Striking a Balance in the Cash Balance Plan Debate

Posted: 13 Nov 2001

See all articles by Regina T. Jefferson

Regina T. Jefferson

Catholic University of America (CUA) - Columbus School of Law


Cash balance plans are hybrid plans designed to offer the best characteristics of both defined benefit and defined contribution plans. However, conversions of existing defined benefit plans into cash balance plans are highly controversial because they can significantly reduce the expected retirement benefits of older workers. Because future plan costs are reduced and plan surpluses are often created, the use of surplus plan assets by employers has raised serious concerns. This article describes and analyzes the advantages and disadvantages of using cash balance plans as primary retirement savings vehicles. It argues that the controversy over conversions is really about the extent to which the rights and expectations of plan participants should be protected. It proposes striking a balance between the rights of employers and employees in a plan conversion by 1) requiring employers to provide sufficient notice to affected participants about changes in their projected retirement benefits; and 2) limiting the amounts by which retirement benefits can be reduced.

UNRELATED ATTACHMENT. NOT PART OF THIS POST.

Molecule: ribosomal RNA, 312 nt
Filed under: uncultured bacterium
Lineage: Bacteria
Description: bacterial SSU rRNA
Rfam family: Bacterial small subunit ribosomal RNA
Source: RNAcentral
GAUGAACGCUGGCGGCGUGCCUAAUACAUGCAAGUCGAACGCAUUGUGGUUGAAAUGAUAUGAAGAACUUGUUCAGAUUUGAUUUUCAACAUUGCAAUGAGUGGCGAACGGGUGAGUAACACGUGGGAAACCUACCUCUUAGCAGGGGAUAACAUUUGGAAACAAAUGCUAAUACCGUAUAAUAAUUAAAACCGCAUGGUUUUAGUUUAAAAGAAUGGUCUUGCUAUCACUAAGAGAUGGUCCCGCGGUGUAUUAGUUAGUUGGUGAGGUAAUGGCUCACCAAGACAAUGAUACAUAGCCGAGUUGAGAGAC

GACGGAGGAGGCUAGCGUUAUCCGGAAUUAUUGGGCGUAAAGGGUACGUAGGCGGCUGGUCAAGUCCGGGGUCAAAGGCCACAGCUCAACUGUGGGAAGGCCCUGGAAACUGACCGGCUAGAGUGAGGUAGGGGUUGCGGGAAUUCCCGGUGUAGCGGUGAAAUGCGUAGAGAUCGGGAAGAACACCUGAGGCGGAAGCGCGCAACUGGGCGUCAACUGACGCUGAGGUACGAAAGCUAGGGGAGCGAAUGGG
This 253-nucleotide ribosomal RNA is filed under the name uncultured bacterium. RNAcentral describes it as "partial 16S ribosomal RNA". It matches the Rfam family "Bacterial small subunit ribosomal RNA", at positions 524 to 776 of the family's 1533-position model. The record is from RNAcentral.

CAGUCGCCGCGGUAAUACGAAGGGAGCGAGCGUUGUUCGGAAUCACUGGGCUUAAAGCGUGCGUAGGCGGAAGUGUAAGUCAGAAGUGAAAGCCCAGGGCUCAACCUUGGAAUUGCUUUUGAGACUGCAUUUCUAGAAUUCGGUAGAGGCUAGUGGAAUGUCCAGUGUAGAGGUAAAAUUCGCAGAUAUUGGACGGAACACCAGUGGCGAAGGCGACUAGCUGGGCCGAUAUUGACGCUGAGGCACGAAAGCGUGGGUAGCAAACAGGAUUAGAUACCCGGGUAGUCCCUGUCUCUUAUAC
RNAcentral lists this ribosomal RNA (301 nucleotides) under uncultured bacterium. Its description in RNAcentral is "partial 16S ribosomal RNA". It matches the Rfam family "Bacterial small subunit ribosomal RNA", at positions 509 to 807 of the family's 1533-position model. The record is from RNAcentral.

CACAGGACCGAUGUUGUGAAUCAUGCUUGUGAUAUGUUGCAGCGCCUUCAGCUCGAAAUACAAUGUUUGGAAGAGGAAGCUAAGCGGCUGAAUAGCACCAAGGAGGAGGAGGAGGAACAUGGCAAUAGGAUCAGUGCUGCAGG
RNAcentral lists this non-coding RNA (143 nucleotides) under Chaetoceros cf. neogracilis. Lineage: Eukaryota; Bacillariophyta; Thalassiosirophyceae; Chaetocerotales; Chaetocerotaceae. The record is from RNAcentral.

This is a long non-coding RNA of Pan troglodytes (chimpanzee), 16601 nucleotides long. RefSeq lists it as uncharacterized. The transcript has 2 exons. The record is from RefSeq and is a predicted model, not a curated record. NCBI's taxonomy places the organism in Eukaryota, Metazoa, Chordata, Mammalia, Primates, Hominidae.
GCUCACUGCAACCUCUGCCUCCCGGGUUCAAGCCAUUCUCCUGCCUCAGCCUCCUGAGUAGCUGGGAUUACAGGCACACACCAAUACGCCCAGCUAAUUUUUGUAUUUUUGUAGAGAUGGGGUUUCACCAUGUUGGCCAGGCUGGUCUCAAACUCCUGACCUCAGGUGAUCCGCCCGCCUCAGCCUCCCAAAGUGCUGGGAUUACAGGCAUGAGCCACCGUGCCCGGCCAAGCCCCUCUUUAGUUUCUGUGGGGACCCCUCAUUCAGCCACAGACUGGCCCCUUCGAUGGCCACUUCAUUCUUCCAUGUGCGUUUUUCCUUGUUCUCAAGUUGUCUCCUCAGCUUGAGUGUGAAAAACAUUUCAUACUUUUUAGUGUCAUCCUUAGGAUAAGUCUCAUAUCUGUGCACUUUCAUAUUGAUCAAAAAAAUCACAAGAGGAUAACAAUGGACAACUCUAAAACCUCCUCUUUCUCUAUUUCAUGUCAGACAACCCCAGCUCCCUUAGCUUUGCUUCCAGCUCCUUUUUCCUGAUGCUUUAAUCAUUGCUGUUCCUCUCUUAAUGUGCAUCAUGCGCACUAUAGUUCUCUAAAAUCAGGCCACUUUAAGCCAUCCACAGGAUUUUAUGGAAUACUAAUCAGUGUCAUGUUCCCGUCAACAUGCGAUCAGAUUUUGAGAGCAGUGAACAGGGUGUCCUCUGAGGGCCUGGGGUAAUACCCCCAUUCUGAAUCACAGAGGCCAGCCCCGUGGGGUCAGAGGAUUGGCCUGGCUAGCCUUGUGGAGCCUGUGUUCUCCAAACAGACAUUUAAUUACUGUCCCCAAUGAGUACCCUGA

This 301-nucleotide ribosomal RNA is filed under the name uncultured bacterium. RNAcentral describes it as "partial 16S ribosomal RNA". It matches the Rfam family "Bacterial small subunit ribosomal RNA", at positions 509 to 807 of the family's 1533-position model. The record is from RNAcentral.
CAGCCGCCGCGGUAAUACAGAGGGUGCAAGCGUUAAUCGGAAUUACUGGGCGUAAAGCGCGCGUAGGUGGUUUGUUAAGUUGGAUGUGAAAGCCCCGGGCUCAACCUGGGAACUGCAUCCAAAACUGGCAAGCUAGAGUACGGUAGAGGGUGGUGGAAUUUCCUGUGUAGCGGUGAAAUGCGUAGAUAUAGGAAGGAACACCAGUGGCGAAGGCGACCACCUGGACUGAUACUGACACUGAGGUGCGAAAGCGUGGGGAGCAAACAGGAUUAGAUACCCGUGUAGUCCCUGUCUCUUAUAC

Suggested Citation

Jefferson, Regina T., Striking a Balance in the Cash Balance Plan Debate. Available at SSRN:

Regina T. Jefferson (Contact Author)

Catholic University of America (CUA) - Columbus School of Law ( email )

3600 John McCormack Rd., NE
Washington, DC 20064
United States
202-319-5436 (Phone)
202-319-4459 (Fax)

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